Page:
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Aid flows from OECD Development Assistance Committee (DAC) donor countries totalled USD 129 billion in 2010, the highest level ever, and an increase of 6.5% over 2009. This represents about 0.32% of the combined gross national income (GNI) of DAC member countries.
This study provides an empirical review of the role of governments, the private sector, regional economic institutions and the broader international community in driving economic diversification in Africa.
From 1960 to the early 1990s, ODA flows from DAC member countries to developing countries rose steadily. By contrast, trends towards the long-standing commitment by donors to increase aid as a proportion of gross national income to 0.7% have quavered.
This year, for the first time, the Organisation for Economic Co-operation and Development’s Development Assistance Committee (OECD DAC) includes in its aid data grants made by the Bill & Melinda Gates Foundation in global health.
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This report covers investment measures taken between 16 September 2010 and 15 February 2011. Information presented in this report has also been used for two joint reports by WTO, OECD and UNCTAD, released on 14 June and 4 November 2010, respectively, in response to the G20 Leaders' request of 2 April 2009 for quarterly public reporting on their adherence to their trade and investment policy commitments.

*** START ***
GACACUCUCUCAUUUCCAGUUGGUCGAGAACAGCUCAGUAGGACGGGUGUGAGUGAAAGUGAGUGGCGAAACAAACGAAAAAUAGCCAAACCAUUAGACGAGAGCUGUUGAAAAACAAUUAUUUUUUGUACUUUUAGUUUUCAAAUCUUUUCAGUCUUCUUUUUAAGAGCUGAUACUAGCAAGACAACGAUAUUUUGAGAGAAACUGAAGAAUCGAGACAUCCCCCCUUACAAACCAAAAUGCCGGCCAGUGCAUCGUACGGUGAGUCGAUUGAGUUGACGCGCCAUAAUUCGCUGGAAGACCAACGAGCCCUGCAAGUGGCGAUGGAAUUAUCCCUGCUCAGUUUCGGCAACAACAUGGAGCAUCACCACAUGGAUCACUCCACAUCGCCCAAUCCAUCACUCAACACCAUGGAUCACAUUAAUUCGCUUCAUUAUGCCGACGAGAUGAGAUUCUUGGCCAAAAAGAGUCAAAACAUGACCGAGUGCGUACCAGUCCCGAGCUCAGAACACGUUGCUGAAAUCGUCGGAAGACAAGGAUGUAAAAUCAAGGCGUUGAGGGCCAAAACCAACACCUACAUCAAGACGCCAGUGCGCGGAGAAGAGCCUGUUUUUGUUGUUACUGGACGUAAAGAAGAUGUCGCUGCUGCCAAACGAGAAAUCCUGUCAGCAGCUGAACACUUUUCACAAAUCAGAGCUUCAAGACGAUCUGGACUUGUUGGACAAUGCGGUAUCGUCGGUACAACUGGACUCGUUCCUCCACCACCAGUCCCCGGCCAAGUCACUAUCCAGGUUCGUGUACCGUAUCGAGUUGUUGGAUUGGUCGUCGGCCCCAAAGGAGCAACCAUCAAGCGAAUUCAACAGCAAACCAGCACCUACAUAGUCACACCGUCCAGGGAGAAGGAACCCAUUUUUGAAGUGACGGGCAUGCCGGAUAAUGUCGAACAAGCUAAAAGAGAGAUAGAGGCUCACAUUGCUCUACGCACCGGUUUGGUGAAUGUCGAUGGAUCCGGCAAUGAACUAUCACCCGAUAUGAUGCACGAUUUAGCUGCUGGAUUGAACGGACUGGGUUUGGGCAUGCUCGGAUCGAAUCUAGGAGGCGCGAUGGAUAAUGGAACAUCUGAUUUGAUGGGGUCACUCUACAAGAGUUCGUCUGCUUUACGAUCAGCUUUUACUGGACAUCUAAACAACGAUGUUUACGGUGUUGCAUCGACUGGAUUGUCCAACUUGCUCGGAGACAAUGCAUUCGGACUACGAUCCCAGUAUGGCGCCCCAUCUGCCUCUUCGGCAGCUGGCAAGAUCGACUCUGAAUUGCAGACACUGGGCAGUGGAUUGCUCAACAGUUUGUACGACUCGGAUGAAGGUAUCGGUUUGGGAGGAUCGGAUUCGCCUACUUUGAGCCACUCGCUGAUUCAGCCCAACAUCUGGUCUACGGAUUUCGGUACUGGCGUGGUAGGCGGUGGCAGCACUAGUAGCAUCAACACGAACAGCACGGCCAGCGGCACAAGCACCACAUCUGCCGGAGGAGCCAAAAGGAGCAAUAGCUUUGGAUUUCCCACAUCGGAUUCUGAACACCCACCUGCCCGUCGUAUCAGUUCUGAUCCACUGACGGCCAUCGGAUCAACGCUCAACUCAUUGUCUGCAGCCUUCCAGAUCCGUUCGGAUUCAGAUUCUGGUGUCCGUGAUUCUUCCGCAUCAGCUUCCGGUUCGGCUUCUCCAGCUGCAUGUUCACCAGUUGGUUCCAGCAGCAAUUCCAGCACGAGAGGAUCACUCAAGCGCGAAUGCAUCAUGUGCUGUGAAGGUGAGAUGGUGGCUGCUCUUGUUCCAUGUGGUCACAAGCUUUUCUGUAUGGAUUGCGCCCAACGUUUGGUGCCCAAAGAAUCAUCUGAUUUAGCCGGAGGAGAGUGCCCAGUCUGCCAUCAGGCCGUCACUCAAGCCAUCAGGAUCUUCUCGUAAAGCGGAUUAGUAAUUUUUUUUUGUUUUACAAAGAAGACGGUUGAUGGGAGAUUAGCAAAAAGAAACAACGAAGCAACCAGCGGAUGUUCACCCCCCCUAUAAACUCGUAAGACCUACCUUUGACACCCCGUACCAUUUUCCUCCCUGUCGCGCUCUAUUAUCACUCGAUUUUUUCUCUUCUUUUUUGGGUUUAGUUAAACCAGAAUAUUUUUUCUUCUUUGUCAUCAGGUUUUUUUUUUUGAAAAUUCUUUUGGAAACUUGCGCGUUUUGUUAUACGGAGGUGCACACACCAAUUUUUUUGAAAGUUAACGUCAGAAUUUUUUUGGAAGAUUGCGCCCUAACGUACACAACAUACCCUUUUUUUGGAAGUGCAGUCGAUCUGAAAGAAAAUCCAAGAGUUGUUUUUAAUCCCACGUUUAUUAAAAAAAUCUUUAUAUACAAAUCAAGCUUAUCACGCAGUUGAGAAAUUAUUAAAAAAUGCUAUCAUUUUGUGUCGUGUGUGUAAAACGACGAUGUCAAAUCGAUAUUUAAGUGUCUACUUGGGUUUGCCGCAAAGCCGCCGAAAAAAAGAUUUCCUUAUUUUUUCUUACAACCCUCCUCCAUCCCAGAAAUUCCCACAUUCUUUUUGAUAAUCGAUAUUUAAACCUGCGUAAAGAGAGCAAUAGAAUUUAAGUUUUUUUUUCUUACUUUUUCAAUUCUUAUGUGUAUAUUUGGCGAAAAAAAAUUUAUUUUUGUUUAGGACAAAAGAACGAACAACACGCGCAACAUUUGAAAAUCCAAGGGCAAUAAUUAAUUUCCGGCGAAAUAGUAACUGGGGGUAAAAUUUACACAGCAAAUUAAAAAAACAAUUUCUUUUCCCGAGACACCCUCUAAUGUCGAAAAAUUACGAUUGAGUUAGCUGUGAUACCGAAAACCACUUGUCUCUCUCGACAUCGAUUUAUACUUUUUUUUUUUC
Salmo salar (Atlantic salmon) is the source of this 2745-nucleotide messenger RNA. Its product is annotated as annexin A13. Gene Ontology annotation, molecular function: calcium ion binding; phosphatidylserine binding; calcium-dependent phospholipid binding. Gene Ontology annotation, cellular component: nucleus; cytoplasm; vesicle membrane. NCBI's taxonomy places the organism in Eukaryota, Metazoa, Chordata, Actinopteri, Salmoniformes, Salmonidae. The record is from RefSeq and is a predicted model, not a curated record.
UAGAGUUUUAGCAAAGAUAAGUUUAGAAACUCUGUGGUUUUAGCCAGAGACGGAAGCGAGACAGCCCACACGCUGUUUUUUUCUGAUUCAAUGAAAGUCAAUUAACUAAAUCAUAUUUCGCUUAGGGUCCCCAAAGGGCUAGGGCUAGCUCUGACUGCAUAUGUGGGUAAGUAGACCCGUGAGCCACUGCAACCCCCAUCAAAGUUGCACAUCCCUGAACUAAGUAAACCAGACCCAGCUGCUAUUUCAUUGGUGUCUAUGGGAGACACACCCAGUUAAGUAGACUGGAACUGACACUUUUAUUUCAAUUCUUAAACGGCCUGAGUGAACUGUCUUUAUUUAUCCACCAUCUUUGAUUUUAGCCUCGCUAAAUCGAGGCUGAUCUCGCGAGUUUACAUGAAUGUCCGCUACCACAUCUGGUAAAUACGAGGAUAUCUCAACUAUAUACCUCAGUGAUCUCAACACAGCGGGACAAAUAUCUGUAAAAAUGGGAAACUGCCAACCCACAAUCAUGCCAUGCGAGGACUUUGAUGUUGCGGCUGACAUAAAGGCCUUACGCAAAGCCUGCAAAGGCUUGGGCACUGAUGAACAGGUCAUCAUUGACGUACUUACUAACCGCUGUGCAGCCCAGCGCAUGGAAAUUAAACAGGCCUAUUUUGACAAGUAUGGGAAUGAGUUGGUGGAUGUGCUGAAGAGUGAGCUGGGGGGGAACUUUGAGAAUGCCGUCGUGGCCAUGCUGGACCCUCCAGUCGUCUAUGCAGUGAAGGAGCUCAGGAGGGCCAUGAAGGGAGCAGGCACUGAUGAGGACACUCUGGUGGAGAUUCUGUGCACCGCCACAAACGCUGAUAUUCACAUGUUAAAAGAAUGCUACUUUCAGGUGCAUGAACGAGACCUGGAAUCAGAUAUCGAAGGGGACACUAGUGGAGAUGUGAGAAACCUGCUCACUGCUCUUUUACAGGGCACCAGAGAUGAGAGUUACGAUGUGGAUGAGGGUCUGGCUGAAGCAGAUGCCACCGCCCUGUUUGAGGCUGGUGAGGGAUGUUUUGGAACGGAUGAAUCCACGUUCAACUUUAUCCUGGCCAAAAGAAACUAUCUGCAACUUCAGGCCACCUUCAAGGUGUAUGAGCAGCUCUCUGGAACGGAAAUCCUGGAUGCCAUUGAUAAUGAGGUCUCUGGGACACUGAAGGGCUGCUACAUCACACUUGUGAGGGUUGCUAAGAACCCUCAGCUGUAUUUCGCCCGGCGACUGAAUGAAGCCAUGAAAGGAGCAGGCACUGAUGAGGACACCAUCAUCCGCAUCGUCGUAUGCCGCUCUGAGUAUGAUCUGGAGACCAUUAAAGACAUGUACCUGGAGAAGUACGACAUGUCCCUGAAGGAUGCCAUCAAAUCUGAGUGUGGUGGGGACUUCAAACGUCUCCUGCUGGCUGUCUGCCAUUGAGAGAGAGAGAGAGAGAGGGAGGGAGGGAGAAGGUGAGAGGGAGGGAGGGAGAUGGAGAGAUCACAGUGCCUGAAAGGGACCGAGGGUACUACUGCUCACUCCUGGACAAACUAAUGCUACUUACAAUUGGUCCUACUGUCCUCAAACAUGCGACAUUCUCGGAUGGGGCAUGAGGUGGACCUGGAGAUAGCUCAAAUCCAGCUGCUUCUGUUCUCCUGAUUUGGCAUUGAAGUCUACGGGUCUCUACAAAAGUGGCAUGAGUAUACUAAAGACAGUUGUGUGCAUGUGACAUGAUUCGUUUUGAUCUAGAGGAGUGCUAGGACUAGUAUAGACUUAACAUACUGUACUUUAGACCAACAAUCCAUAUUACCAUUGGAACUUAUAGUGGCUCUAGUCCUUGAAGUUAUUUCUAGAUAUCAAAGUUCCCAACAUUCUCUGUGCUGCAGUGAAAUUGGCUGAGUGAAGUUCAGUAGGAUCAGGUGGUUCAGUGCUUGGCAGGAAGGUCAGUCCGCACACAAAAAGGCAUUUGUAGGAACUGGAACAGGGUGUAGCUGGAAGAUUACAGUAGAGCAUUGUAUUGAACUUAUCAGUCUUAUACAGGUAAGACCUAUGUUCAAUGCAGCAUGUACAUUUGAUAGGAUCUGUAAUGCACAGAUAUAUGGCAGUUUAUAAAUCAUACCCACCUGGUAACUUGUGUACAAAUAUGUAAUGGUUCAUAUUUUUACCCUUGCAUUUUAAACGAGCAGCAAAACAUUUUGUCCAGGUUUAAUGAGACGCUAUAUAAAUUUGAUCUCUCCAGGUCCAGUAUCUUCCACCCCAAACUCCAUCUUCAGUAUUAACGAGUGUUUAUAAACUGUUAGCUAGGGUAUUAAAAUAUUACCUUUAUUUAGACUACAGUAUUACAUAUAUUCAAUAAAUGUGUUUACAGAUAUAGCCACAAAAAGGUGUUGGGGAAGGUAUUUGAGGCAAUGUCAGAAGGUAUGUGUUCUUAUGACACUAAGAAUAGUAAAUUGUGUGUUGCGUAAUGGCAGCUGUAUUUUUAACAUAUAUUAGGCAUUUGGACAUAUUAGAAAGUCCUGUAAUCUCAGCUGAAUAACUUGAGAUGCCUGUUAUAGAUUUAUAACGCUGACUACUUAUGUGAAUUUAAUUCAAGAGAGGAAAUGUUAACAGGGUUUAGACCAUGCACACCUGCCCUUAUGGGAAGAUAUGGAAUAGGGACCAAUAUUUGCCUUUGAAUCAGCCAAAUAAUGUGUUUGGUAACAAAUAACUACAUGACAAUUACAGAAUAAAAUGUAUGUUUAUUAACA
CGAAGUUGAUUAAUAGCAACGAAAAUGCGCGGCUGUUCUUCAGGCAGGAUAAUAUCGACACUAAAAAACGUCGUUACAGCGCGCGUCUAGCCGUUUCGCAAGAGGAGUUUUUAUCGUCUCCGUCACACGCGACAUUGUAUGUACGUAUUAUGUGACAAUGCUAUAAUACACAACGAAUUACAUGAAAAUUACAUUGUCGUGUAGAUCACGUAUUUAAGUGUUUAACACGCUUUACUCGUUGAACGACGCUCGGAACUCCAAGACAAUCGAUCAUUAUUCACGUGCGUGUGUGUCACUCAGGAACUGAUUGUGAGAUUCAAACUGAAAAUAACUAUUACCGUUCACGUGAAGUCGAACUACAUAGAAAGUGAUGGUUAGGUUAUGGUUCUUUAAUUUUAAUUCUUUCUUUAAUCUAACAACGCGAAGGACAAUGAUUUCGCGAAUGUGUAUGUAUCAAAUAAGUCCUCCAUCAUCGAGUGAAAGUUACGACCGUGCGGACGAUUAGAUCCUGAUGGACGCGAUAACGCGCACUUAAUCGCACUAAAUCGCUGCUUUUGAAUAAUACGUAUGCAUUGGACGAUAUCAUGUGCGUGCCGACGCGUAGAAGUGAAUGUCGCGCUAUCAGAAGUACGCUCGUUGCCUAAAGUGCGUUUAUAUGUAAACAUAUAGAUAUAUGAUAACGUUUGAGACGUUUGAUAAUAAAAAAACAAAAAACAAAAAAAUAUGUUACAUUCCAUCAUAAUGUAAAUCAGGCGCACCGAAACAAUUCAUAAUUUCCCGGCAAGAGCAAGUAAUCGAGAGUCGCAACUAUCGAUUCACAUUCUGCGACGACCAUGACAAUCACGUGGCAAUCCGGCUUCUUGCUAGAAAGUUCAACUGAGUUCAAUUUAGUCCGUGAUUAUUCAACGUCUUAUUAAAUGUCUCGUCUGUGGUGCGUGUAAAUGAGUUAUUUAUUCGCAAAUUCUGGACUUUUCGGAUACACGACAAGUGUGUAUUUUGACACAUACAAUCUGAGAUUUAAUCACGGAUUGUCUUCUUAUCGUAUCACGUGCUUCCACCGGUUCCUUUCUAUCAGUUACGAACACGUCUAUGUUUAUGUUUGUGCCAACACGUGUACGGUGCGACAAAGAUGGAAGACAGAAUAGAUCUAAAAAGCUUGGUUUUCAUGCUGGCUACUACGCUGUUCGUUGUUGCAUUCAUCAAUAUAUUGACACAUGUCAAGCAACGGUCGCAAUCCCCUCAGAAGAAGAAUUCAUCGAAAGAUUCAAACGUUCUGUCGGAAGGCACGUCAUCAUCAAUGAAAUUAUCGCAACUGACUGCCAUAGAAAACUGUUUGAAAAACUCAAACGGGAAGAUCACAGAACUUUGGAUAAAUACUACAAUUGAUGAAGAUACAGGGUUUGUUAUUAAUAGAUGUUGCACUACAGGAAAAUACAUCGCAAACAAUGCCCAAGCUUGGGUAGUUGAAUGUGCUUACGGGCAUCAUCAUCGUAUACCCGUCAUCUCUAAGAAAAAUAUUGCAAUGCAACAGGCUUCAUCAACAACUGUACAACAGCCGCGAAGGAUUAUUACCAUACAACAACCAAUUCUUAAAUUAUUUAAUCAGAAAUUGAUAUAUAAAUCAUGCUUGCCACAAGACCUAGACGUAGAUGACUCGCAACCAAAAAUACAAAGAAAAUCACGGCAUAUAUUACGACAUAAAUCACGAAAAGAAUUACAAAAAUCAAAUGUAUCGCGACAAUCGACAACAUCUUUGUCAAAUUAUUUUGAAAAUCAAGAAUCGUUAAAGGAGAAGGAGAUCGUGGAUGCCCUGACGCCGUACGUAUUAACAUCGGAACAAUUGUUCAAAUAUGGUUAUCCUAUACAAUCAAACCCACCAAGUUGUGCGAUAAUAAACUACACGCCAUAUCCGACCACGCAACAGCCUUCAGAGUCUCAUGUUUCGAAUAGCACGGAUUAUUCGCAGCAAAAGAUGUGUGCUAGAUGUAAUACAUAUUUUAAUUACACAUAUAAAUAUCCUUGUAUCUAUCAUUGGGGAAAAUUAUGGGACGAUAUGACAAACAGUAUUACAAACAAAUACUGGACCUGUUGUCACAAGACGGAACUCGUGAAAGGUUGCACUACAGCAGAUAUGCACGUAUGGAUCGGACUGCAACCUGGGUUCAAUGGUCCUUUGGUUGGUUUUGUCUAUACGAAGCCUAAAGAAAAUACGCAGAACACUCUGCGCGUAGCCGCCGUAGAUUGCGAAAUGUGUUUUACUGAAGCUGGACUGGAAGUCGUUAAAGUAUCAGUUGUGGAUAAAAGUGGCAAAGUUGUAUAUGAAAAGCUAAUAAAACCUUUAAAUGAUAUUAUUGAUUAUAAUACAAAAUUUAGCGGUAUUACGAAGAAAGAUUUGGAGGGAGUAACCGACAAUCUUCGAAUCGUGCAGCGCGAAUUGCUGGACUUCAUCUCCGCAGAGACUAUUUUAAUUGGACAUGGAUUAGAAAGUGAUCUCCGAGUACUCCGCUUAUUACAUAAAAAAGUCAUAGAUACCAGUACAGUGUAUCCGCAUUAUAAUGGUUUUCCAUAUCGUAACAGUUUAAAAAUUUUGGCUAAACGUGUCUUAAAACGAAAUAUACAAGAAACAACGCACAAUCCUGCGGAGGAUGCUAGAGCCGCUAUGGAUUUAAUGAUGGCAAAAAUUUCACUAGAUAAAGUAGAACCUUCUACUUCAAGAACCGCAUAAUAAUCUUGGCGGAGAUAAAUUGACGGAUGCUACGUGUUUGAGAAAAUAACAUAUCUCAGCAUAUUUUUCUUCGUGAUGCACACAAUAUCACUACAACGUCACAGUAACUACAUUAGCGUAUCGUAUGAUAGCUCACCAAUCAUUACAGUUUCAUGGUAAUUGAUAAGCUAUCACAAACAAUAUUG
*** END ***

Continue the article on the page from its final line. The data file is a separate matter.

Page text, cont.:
OECD-DAC Secretariat simulation of DAC members’ net ODA volumes - an overview from 2004 to 2011.
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Tracking aid in support of climate change mitigation and adaptation in developing countries
This page contains all information relating to implementation of the OECD Anti-Bribery Convention in Bulgaria.
The OECD and the International Law Students Association (ILSA) joined together to develop the compromis for the 2011 Philip C. Jessup International Law Moot Court Competition. TheOECD Anti-Bribery Convention and the OECD Guidelines for Multinational Enterprises formed part of the dispute.
We recently received assurances from the highest levels of the UK government that they would issue guidance which would allow the UK’s Bribery Act 2010 to enter into force,” said OECD Secretary-General Angel Gurría.